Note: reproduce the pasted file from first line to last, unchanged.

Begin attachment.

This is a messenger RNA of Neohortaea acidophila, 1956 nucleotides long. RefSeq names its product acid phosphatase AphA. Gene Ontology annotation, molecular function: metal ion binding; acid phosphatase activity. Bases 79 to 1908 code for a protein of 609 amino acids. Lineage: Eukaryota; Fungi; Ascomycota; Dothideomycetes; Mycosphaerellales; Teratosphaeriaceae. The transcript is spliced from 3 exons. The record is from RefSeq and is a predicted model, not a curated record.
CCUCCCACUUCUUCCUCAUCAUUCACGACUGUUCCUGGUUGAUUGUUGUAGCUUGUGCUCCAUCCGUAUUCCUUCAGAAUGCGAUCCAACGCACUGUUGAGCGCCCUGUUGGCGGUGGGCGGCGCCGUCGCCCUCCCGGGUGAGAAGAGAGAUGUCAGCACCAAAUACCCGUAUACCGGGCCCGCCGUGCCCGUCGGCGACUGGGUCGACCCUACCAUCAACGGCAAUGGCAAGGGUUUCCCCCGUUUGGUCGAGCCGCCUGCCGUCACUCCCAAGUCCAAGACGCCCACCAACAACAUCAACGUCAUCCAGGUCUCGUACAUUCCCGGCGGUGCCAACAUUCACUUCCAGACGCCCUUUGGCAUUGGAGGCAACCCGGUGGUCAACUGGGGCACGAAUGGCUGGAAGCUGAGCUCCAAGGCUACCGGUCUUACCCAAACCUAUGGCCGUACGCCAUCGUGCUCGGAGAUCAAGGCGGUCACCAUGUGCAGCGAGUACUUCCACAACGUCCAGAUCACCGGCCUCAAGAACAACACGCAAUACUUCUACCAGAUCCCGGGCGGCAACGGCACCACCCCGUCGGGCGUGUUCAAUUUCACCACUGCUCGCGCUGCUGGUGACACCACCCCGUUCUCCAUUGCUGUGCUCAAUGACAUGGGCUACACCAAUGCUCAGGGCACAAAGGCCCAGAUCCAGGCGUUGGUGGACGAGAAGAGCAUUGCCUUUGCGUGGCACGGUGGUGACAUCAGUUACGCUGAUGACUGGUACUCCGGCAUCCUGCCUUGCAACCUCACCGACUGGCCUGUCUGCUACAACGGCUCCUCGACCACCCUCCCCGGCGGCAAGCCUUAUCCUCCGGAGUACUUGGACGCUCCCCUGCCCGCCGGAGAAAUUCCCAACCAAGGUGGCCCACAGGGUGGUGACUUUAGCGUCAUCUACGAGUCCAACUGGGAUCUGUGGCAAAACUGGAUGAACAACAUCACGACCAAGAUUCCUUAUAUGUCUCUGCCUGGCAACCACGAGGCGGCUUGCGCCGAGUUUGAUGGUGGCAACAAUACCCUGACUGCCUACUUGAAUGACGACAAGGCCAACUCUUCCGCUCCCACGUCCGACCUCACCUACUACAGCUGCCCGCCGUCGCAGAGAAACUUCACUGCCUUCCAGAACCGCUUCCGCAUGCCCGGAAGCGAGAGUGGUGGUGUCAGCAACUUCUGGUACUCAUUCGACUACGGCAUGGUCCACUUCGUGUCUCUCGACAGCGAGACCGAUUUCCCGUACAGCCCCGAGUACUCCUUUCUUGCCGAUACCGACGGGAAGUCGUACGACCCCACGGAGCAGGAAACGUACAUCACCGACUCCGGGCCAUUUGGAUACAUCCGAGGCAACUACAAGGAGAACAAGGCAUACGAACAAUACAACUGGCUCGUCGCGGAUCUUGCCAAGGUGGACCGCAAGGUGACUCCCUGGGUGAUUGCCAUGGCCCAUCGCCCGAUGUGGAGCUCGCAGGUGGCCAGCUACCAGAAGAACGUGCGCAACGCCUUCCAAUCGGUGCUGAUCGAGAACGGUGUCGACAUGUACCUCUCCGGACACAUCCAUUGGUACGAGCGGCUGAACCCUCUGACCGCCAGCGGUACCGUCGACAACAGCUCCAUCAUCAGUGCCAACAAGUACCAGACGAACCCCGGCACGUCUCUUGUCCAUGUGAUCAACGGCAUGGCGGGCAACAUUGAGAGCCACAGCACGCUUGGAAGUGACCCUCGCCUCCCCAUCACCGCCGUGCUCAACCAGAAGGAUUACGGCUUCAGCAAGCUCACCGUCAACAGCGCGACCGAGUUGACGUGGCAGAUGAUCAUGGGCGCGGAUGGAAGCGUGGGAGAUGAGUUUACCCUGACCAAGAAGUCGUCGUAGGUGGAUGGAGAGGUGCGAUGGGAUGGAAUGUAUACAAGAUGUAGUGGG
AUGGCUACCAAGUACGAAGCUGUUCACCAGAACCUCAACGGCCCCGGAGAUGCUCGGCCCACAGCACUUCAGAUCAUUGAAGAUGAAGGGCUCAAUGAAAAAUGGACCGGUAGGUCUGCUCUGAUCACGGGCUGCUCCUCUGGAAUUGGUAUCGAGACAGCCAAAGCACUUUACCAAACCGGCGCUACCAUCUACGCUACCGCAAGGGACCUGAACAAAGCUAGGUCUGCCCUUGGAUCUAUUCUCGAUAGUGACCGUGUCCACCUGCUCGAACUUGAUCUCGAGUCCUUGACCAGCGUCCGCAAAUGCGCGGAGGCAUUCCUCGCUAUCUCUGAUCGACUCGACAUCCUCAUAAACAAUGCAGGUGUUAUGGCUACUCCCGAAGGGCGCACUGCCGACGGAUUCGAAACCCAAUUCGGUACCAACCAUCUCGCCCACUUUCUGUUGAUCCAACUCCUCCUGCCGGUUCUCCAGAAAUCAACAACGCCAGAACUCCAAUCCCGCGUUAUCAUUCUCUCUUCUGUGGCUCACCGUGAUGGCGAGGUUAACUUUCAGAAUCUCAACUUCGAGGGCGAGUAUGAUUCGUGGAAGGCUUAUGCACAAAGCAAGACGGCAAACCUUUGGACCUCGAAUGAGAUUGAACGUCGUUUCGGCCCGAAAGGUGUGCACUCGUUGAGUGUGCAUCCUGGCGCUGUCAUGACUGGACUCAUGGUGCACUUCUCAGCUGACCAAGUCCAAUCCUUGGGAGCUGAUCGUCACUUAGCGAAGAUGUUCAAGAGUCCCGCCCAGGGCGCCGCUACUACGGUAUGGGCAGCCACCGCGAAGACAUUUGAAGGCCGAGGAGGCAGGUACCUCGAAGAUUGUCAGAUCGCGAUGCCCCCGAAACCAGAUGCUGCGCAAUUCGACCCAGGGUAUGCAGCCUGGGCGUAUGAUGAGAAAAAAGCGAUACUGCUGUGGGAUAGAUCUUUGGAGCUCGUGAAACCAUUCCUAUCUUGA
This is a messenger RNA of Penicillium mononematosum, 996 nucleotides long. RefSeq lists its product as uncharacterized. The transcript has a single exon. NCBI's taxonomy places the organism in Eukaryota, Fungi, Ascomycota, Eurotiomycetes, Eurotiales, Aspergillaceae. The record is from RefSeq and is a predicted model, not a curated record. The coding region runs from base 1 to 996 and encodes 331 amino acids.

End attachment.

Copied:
This is a messenger RNA of Neohortaea acidophila, 1956 nucleotides long. RefSeq names its product acid phosphatase AphA. Gene Ontology annotation, molecular function: metal ion binding; acid phosphatase activity. Bases 79 to 1908 code for a protein of 609 amino acids. Lineage: Eukaryota; Fungi; Ascomycota; Dothideomycetes; Mycosphaerellales; Teratosphaeriaceae. The transcript is spliced from 3 exons. The record is from RefSeq and is a predicted model, not a curated record.
CCUCCCACUUCUUCCUCAUCAUUCACGACUGUUCCUGGUUGAUUGUUGUAGCUUGUGCUCCAUCCGUAUUCCUUCAGAAUGCGAUCCAACGCACUGUUGAGCGCCCUGUUGGCGGUGGGCGGCGCCGUCGCCCUCCCGGGUGAGAAGAGAGAUGUCAGCACCAAAUACCCGUAUACCGGGCCCGCCGUGCCCGUCGGCGACUGGGUCGACCCUACCAUCAACGGCAAUGGCAAGGGUUUCCCCCGUUUGGUCGAGCCGCCUGCCGUCACUCCCAAGUCCAAGACGCCCACCAACAACAUCAACGUCAUCCAGGUCUCGUACAUUCCCGGCGGUGCCAACAUUCACUUCCAGACGCCCUUUGGCAUUGGAGGCAACCCGGUGGUCAACUGGGGCACGAAUGGCUGGAAGCUGAGCUCCAAGGCUACCGGUCUUACCCAAACCUAUGGCCGUACGCCAUCGUGCUCGGAGAUCAAGGCGGUCACCAUGUGCAGCGAGUACUUCCACAACGUCCAGAUCACCGGCCUCAAGAACAACACGCAAUACUUCUACCAGAUCCCGGGCGGCAACGGCACCACCCCGUCGGGCGUGUUCAAUUUCACCACUGCUCGCGCUGCUGGUGACACCACCCCGUUCUCCAUUGCUGUGCUCAAUGACAUGGGCUACACCAAUGCUCAGGGCACAAAGGCCCAGAUCCAGGCGUUGGUGGACGAGAAGAGCAUUGCCUUUGCGUGGCACGGUGGUGACAUCAGUUACGCUGAUGACUGGUACUCCGGCAUCCUGCCUUGCAACCUCACCGACUGGCCUGUCUGCUACAACGGCUCCUCGACCACCCUCCCCGGCGGCAAGCCUUAUCCUCCGGAGUACUUGGACGCUCCCCUGCCCGCCGGAGAAAUUCCCAACCAAGGUGGCCCACAGGGUGGUGACUUUAGCGUCAUCUACGAGUCCAACUGGGAUCUGUGGCAAAACUGGAUGAACAACAUCACGACCAAGAUUCCUUAUAUGUCUCUGCCUGGCAACCACGAGGCGGCUUGCGCCGAGUUUGAUGGUGGCAACAAUACCCUGACUGCCUACUUGAAUGACGACAAGGCCAACUCUUCCGCUCCCACGUCCGACCUCACCUACUACAGCUGCCCGCCGUCGCAGAGAAACUUCACUGCCUUCCAGAACCGCUUCCGCAUGCCCGGAAGCGAGAGUGGUGGUGUCAGCAACUUCUGGUACUCAUUCGACUACGGCAUGGUCCACUUCGUGUCUCUCGACAGCGAGACCGAUUUCCCGUACAGCCCCGAGUACUCCUUUCUUGCCGAUACCGACGGGAAGUCGUACGACCCCACGGAGCAGGAAACGUACAUCACCGACUCCGGGCCAUUUGGAUACAUCCGAGGCAACUACAAGGAGAACAAGGCAUACGAACAAUACAACUGGCUCGUCGCGGAUCUUGCCAAGGUGGACCGCAAGGUGACUCCCUGGGUGAUUGCCAUGGCCCAUCGCCCGAUGUGGAGCUCGCAGGUGGCCAGCUACCAGAAGAACGUGCGCAACGCCUUCCAAUCGGUGCUGAUCGAGAACGGUGUCGACAUGUACCUCUCCGGACACAUCCAUUGGUACGAGCGGCUGAACCCUCUGACCGCCAGCGGUACCGUCGACAACAGCUCCAUCAUCAGUGCCAACAAGUACCAGACGAACCCCGGCACGUCUCUUGUCCAUGUGAUCAACGGCAUGGCGGGCAACAUUGAGAGCCACAGCACGCUUGGAAGUGACCCUCGCCUCCCCAUCACCGCCGUGCUCAACCAGAAGGAUUACGGCUUCAGCAAGCUCACCGUCAACAGCGCGACCGAGUUGACGUGGCAGAUGAUCAUGGGCGCGGAUGGAAGCGUGGGAGAUGAGUUUACCCUGACCAAGAAGUCGUCGUAGGUGGAUGGAGAGGUGCGAUGGGAUGGAAUGUAUACAAGAUGUAGUGGG
AUGGCUACCAAGUACGAAGCUGUUCACCAGAACCUCAACGGCCCCGGAGAUGCUCGGCCCACAGCACUUCAGAUCAUUGAAGAUGAAGGGCUCAAUGAAAAAUGGACCGGUAGGUCUGCUCUGAUCACGGGCUGCUCCUCUGGAAUUGGUAUCGAGACAGCCAAAGCACUUUACCAAACCGGCGCUACCAUCUACGCUACCGCAAGGGACCUGAACAAAGCUAGGUCUGCCCUUGGAUCUAUUCUCGAUAGUGACCGUGUCCACCUGCUCGAACUUGAUCUCGAGUCCUUGACCAGCGUCCGCAAAUGCGCGGAGGCAUUCCUCGCUAUCUCUGAUCGACUCGACAUCCUCAUAAACAAUGCAGGUGUUAUGGCUACUCCCGAAGGGCGCACUGCCGACGGAUUCGAAACCCAAUUCGGUACCAACCAUCUCGCCCACUUUCUGUUGAUCCAACUCCUCCUGCCGGUUCUCCAGAAAUCAACAACGCCAGAACUCCAAUCCCGCGUUAUCAUUCUCUCUUCUGUGGCUCACCGUGAUGGCGAGGUUAACUUUCAGAAUCUCAACUUCGAGGGCGAGUAUGAUUCGUGGAAGGCUUAUGCACAAAGCAAGACGGCAAACCUUUGGACCUCGAAUGAGAUUGAACGUCGUUUCGGCCCGAAAGGUGUGCACUCGUUGAGUGUGCAUCCUGGCGCUGUCAUGACUGGACUCAUGGUGCACUUCUCAGCUGACCAAGUCCAAUCCUUGGGAGCUGAUCGUCACUUAGCGAAGAUGUUCAAGAGUCCCGCCCAGGGCGCCGCUACUACGGUAUGGGCAGCCACCGCGAAGACAUUUGAAGGCCGAGGAGGCAGGUACCUCGAAGAUUGUCAGAUCGCGAUGCCCCCGAAACCAGAUGCUGCGCAAUUCGACCCAGGGUAUGCAGCCUGGGCGUAUGAUGAGAAAAAAGCGAUACUGCUGUGGGAUAGAUCUUUGGAGCUCGUGAAACCAUUCCUAUCUUGA
This is a messenger RNA of Penicillium mononematosum, 996 nucleotides long. RefSeq lists its product as uncharacterized. The transcript has a single exon. NCBI's taxonomy places the organism in Eukaryota, Fungi, Ascomycota, Eurotiomycetes, Eurotiales, Aspergillaceae. The record is from RefSeq and is a predicted model, not a curated record. The coding region runs from base 1 to 996 and encodes 331 amino acids.